5 Things You Should Know About Olive Oil

12 May 2015

We travelled to the olive-growing Andalucian region in Spain to find out what goes into a good bottle of extra virgin.

 

What types of olive oils are there?

When you’re shopping for olive oil, you’ll be greeted by an array of variants that could leave you standing confused at the supermarket aisle. Instead of trying to make sense of grades and definitions, all you need to understand is how the olive oil was obtained from the olive.

Virgin Olive Oil – This is extracted, using mechanical or physical methods under certain conditions including temperature and chemical standards, from the olive only, and is not altered in any way.

Refined or Pure Olive Oil – Although the term “pure” may make it sound like you’re getting a high quality product, it means quite the opposite when it comes to olive oil. This lower-grade oil is derived by treating lower quality or defective virgin olive oil with charcoal and other chemical filters.

Olive Oil – If you see this term on a bottle, it often is a blend of virgin olive oil and refined olive oil.

Pomace Oil – This is usually extracted from the ground olive pulp (pomace), with the use of chemicals, after the first few presses. As it’s of a lower grade, it’s much cheaper.

 

And then there’s extra virgin olive oil…

This is the highest grade of olive oil. Juan Gonzalez, Sales & Marketing Director at Hacienda Guzman, a facility in the town of La Rinconada, about 15 km from Seville, with an olive-growing history which dates back to the 16th Century, explains, “Extra virgin olive oil (EVOO) is the first extraction from the olives. Basically, it’s a fruit juice, and what’s special about olives is that they can be extracted without chemicals. They’re also rich in antioxidants and fatty acids, which have many health benefits.” Like wine, EVOO can be described as delicate, mellow, fruity and floral to bitter, grassy, peppery and pungent. And different oils contain different levels of antioxidants. Even among EVOO, there are grades. Juan says, “Virgin olive oil (pure) has some tiny defects in smell or flavour, or the acidity is too high.” And don’t think EVOO Light means it is low fat. Juan adds, “It just means it contains a smaller amount of EVOO, about 5%.”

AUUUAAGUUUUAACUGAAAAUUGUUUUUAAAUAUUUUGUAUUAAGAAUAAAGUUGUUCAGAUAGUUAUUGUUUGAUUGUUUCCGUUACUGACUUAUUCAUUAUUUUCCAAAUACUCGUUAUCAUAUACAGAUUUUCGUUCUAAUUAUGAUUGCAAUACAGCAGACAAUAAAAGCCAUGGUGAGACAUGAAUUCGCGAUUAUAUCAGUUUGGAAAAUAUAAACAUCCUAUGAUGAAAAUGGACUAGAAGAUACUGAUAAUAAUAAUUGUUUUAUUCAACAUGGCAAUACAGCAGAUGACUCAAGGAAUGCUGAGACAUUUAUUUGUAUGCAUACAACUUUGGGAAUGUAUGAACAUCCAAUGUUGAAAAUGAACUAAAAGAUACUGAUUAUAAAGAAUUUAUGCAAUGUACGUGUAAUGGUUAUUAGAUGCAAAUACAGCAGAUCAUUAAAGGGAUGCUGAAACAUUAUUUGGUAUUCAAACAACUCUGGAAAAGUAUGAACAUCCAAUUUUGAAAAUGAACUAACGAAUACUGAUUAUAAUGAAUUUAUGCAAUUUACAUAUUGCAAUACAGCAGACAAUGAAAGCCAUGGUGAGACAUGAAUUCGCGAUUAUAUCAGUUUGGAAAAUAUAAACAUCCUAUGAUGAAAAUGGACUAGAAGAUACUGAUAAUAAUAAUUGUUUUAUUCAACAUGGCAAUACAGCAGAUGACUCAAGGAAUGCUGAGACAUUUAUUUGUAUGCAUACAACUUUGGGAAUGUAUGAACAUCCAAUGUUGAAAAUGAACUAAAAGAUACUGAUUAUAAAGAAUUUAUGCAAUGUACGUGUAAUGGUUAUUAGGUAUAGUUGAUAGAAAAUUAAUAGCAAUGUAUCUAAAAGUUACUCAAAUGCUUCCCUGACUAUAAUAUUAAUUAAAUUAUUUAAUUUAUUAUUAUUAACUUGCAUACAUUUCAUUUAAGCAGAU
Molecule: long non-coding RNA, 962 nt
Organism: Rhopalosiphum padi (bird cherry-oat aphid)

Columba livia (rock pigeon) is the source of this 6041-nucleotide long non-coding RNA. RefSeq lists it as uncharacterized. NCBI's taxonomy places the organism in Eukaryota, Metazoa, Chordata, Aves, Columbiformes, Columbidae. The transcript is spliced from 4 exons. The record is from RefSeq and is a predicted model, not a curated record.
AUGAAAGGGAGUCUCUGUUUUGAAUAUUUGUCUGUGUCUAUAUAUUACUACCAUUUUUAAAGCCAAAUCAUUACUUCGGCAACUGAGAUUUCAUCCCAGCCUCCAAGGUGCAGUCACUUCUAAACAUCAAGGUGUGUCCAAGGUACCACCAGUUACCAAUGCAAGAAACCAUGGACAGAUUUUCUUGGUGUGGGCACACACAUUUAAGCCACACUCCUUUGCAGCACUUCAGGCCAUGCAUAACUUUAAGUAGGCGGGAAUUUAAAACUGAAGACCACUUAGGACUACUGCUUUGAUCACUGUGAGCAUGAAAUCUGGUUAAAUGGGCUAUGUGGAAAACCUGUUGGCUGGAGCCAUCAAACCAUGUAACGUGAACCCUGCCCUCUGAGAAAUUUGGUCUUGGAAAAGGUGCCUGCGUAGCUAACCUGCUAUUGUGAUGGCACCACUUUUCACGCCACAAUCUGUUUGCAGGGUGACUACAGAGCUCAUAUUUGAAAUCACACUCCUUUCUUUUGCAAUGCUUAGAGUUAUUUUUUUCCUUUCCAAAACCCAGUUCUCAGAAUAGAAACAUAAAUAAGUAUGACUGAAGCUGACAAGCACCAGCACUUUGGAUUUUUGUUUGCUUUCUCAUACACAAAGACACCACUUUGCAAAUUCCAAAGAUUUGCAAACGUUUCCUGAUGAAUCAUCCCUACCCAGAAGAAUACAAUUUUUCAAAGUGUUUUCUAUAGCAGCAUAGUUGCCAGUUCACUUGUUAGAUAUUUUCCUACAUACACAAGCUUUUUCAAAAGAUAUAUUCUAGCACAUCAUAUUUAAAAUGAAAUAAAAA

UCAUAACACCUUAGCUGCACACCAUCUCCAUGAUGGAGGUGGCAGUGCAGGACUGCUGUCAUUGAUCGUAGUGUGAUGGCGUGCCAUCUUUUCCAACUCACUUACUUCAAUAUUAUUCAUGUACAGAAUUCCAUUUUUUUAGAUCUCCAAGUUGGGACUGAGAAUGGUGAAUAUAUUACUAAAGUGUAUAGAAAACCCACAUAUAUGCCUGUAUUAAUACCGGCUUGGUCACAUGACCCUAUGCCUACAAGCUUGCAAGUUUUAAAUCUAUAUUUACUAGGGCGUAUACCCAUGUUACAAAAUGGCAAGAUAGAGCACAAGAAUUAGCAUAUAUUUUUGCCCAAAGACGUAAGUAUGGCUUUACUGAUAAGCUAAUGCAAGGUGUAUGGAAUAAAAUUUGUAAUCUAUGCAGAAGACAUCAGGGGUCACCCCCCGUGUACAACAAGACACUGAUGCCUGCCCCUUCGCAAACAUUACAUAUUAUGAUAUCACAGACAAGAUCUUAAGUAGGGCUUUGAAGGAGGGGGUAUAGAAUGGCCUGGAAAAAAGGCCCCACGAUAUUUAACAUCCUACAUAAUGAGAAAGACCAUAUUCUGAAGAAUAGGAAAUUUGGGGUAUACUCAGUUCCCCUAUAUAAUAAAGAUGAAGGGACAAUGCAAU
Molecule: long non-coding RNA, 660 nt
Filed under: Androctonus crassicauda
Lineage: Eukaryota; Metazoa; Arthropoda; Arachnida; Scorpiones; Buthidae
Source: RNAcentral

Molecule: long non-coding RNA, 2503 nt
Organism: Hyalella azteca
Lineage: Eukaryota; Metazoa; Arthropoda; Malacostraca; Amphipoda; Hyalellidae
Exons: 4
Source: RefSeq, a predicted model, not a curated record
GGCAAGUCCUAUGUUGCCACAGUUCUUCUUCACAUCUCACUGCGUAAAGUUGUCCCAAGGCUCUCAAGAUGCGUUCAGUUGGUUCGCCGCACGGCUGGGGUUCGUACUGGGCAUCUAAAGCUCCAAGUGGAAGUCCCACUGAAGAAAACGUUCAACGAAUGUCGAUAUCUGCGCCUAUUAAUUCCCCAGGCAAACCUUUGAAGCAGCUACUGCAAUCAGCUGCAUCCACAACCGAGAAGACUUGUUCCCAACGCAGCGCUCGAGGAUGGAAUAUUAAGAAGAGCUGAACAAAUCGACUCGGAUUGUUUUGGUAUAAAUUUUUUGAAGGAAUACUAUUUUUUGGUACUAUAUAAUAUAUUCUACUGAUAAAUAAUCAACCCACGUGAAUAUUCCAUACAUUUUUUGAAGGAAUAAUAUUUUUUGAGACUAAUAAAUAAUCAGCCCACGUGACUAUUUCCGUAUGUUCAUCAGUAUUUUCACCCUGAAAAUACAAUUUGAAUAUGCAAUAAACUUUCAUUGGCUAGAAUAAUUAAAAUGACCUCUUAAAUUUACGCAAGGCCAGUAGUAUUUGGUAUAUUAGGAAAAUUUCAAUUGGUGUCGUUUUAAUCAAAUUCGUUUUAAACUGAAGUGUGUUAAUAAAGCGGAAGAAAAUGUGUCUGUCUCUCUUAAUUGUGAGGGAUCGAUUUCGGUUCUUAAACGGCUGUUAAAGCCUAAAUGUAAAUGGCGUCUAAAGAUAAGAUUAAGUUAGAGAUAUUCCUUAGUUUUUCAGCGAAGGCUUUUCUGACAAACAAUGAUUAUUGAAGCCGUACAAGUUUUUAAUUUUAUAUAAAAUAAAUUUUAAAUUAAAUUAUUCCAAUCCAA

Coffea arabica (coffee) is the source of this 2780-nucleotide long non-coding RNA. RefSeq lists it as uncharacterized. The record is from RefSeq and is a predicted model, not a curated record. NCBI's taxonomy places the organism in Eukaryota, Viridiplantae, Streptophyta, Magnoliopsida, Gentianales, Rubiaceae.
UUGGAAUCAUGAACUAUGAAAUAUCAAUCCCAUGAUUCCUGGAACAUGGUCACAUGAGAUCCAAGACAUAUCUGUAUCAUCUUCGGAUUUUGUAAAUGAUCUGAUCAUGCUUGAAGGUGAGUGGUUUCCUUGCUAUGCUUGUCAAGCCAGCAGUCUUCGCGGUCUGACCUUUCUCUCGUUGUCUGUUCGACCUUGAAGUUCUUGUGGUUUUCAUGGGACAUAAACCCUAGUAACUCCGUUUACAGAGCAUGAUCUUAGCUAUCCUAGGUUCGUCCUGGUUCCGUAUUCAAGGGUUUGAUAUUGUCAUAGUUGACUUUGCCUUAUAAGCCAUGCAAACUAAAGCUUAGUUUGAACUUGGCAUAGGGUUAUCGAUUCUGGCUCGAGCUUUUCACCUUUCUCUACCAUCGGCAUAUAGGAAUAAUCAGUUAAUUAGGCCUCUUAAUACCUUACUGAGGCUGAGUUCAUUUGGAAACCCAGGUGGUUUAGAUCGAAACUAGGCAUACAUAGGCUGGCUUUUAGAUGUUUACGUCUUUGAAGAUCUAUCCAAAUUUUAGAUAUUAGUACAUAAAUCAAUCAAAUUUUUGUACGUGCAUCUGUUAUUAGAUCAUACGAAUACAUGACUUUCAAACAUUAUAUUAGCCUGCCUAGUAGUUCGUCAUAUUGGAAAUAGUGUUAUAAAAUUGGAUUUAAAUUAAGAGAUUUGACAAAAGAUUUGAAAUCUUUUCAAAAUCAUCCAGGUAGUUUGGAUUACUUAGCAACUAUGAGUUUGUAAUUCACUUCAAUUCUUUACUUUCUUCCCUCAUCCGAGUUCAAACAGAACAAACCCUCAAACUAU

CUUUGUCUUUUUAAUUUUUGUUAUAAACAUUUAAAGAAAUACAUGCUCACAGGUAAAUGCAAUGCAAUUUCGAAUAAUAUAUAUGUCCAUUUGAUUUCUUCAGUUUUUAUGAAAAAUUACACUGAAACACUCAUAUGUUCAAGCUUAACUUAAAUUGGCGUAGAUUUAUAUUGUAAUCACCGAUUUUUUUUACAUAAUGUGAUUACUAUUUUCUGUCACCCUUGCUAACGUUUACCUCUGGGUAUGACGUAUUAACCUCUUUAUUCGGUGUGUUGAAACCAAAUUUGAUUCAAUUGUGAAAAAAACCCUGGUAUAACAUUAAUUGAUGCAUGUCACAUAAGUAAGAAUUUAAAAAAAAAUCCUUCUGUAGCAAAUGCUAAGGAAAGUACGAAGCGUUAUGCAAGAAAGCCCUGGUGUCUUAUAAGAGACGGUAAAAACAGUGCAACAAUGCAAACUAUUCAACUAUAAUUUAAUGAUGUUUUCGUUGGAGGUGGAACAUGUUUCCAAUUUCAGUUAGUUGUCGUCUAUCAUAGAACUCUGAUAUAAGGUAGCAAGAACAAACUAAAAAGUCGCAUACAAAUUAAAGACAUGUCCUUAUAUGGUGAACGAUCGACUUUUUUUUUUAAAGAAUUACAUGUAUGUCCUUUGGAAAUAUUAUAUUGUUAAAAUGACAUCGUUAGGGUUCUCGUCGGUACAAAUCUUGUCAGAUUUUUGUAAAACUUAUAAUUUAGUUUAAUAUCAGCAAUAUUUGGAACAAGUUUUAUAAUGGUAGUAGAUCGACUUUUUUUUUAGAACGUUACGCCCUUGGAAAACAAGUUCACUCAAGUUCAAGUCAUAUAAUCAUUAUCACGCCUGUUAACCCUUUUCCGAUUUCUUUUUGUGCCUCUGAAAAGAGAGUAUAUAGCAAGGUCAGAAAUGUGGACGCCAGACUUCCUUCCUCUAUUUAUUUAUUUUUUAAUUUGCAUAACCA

What to look for when shopping for EVOO

Ideally, it’s to taste it, but that’s more likely at a farmers’ market. And colour is not an indicator of quality either. When EVOO experts taste test, they use a dark blue glass, for the very reason of not letting the colour of the oil affect their perception of its quality. However, there are hints on the bottle which can give you an idea of the quality of oil you are buying. Look for “extra virgin” on the label, as the pure and general olive oil labels are usually made with lower-quality oils that have less taste and flavour. You want your extra virgin oil to have minimal processing, so that the aroma molecules are intact, along with the antioxidants and polyphenols.